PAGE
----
By Doris Green
Look at your family tree. Where are branches lopped off? Where are your genealogy brick walls? If they are more often within the lives of female ancestors, you are not alone. In recognition of Women’s History Month, here are a few ideas for unearthing our female lines.
First, take another look at sources you’ve used in the past. Turn to a census listing your great-grandfather as head of household. This time, focus on each woman mentioned, whether they are single, wives, daughters or mothers. Create a timeline for each woman and follow their lives through available censuses or birth, marriage and death records.
Broaden your search to obituaries, as well as the birth and death records of her children and siblings. When you find her family name and her parents’ surname, you have found the key to her — and your own — lineage.
Look at such potential sources as cemetery markers, military pension records (for widows or mothers of unmarried sons who died in war), organization directories and the women’s pages of newspapers. Maybe your Great-Aunt Dorothy was a bridesmaid at a friend’s wedding or contributed an ethnic recipe.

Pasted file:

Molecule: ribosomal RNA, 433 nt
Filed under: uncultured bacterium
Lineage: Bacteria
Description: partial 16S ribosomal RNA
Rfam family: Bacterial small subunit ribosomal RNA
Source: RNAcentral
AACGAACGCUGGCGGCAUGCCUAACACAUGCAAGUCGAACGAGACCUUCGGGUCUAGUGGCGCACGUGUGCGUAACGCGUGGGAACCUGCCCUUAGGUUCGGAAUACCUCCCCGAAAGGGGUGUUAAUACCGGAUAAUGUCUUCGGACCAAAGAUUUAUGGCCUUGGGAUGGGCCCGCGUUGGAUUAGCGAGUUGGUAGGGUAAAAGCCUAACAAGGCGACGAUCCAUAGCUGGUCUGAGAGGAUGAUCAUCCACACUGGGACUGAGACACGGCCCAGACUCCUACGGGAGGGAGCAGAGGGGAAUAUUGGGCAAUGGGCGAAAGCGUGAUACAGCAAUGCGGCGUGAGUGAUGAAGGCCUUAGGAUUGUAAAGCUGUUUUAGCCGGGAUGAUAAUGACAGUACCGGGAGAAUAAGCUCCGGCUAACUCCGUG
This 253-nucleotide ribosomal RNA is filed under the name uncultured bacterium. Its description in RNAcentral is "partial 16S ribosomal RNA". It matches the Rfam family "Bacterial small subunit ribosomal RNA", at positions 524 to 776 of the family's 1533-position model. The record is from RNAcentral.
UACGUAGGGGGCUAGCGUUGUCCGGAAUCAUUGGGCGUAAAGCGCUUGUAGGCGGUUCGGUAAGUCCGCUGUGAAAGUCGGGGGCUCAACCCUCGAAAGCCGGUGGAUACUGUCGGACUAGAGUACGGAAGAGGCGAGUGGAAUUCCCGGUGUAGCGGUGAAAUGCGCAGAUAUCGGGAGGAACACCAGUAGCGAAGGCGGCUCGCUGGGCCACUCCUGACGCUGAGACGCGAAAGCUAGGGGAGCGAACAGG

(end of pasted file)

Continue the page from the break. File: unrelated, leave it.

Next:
Court records may provide names involved in guardianship, probate or divorce cases. The estate records of a male ancestor may reveal the names and locations of female family members.
Are there immigration records? Ship passenger lists may reveal travel cohorts. Old Country church records may include outmigration letters. Church records anywhere may report marriage bans and baptisms revealing the names of godparents.
Old and newly published books may provide names or clues. Look in county histories and books preserving the stories of women in World War I or other exceptional circumstances. Do not overlook the memoirs of nurses, bandage rollers and Red Cross Donut Dollies.
Especially for women ancestors, there’s often no substitute for leaving your home office and visiting a location. An online cemetery database may omit significant information from a barely legible gravestone, while a visit may reveal the full names and relationships on nearby markers. Many records have yet to be digitized. Small-town libraries may contain old newspapers (indexed or not), scrapbooks, photos, family histories and even diaries.
Like many memoirs and other books, museums are invaluable sources. Even if an exhibit on a mine collapse, flood or other disaster does not mention that your great-great-grandmother made sandwiches for the rescuers, it still helps you feel and tell the story of a particular time and place.
Doris Green authored “Elsie’s Story: Chasing a Family Mystery” and “Wisconsin Underground: A Guide to Caves, Mines, and Tunnels.” Also available: “Minnesota Underground,” co-authored with Greg Brick. Visit http://henschelhausbooks.com.